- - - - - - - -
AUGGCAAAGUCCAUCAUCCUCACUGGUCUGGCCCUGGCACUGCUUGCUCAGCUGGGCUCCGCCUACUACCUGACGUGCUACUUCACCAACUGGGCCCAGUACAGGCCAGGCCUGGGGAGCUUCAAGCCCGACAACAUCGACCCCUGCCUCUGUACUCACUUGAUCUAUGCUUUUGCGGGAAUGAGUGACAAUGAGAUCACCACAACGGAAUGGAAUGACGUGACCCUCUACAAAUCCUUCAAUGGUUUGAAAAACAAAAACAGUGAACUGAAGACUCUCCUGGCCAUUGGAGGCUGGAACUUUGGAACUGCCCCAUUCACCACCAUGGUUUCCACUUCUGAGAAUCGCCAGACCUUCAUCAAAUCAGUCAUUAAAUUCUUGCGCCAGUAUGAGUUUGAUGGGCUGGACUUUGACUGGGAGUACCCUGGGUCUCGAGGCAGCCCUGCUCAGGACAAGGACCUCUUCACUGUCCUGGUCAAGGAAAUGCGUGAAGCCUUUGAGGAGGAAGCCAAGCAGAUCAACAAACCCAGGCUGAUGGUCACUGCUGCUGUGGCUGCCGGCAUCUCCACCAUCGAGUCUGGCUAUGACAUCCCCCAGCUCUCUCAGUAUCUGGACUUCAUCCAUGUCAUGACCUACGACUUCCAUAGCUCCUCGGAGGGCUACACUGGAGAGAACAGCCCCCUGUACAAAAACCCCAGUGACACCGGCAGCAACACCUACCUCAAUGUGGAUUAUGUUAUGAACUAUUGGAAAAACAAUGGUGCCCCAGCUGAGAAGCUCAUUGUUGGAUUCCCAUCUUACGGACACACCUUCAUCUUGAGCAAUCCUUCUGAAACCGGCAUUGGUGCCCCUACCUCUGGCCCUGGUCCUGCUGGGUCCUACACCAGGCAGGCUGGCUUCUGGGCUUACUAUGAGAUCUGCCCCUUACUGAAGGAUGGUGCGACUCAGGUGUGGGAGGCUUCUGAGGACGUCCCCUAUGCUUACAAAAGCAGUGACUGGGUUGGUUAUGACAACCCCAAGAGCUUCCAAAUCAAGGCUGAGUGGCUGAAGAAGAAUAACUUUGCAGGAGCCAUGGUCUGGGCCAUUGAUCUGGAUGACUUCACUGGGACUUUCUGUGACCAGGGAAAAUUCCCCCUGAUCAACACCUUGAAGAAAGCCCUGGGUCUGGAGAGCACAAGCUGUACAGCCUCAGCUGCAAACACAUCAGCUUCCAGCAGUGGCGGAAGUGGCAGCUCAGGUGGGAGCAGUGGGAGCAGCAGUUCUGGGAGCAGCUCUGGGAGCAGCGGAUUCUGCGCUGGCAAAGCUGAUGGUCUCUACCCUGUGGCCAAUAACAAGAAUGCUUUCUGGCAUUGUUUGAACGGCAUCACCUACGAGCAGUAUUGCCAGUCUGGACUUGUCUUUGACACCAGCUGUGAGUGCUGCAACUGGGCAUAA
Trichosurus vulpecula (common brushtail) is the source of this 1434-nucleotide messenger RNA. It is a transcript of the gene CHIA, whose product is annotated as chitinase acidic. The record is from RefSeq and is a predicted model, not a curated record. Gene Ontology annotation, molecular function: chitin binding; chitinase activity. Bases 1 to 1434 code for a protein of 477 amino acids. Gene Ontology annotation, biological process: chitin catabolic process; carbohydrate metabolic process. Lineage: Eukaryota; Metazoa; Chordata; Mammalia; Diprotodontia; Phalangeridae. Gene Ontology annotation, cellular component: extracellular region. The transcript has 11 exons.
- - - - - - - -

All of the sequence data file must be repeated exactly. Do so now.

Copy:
AUGGCAAAGUCCAUCAUCCUCACUGGUCUGGCCCUGGCACUGCUUGCUCAGCUGGGCUCCGCCUACUACCUGACGUGCUACUUCACCAACUGGGCCCAGUACAGGCCAGGCCUGGGGAGCUUCAAGCCCGACAACAUCGACCCCUGCCUCUGUACUCACUUGAUCUAUGCUUUUGCGGGAAUGAGUGACAAUGAGAUCACCACAACGGAAUGGAAUGACGUGACCCUCUACAAAUCCUUCAAUGGUUUGAAAAACAAAAACAGUGAACUGAAGACUCUCCUGGCCAUUGGAGGCUGGAACUUUGGAACUGCCCCAUUCACCACCAUGGUUUCCACUUCUGAGAAUCGCCAGACCUUCAUCAAAUCAGUCAUUAAAUUCUUGCGCCAGUAUGAGUUUGAUGGGCUGGACUUUGACUGGGAGUACCCUGGGUCUCGAGGCAGCCCUGCUCAGGACAAGGACCUCUUCACUGUCCUGGUCAAGGAAAUGCGUGAAGCCUUUGAGGAGGAAGCCAAGCAGAUCAACAAACCCAGGCUGAUGGUCACUGCUGCUGUGGCUGCCGGCAUCUCCACCAUCGAGUCUGGCUAUGACAUCCCCCAGCUCUCUCAGUAUCUGGACUUCAUCCAUGUCAUGACCUACGACUUCCAUAGCUCCUCGGAGGGCUACACUGGAGAGAACAGCCCCCUGUACAAAAACCCCAGUGACACCGGCAGCAACACCUACCUCAAUGUGGAUUAUGUUAUGAACUAUUGGAAAAACAAUGGUGCCCCAGCUGAGAAGCUCAUUGUUGGAUUCCCAUCUUACGGACACACCUUCAUCUUGAGCAAUCCUUCUGAAACCGGCAUUGGUGCCCCUACCUCUGGCCCUGGUCCUGCUGGGUCCUACACCAGGCAGGCUGGCUUCUGGGCUUACUAUGAGAUCUGCCCCUUACUGAAGGAUGGUGCGACUCAGGUGUGGGAGGCUUCUGAGGACGUCCCCUAUGCUUACAAAAGCAGUGACUGGGUUGGUUAUGACAACCCCAAGAGCUUCCAAAUCAAGGCUGAGUGGCUGAAGAAGAAUAACUUUGCAGGAGCCAUGGUCUGGGCCAUUGAUCUGGAUGACUUCACUGGGACUUUCUGUGACCAGGGAAAAUUCCCCCUGAUCAACACCUUGAAGAAAGCCCUGGGUCUGGAGAGCACAAGCUGUACAGCCUCAGCUGCAAACACAUCAGCUUCCAGCAGUGGCGGAAGUGGCAGCUCAGGUGGGAGCAGUGGGAGCAGCAGUUCUGGGAGCAGCUCUGGGAGCAGCGGAUUCUGCGCUGGCAAAGCUGAUGGUCUCUACCCUGUGGCCAAUAACAAGAAUGCUUUCUGGCAUUGUUUGAACGGCAUCACCUACGAGCAGUAUUGCCAGUCUGGACUUGUCUUUGACACCAGCUGUGAGUGCUGCAACUGGGCAUAA
Trichosurus vulpecula (common brushtail) is the source of this 1434-nucleotide messenger RNA. It is a transcript of the gene CHIA, whose product is annotated as chitinase acidic. The record is from RefSeq and is a predicted model, not a curated record. Gene Ontology annotation, molecular function: chitin binding; chitinase activity. Bases 1 to 1434 code for a protein of 477 amino acids. Gene Ontology annotation, biological process: chitin catabolic process; carbohydrate metabolic process. Lineage: Eukaryota; Metazoa; Chordata; Mammalia; Diprotodontia; Phalangeridae. Gene Ontology annotation, cellular component: extracellular region. The transcript has 11 exons.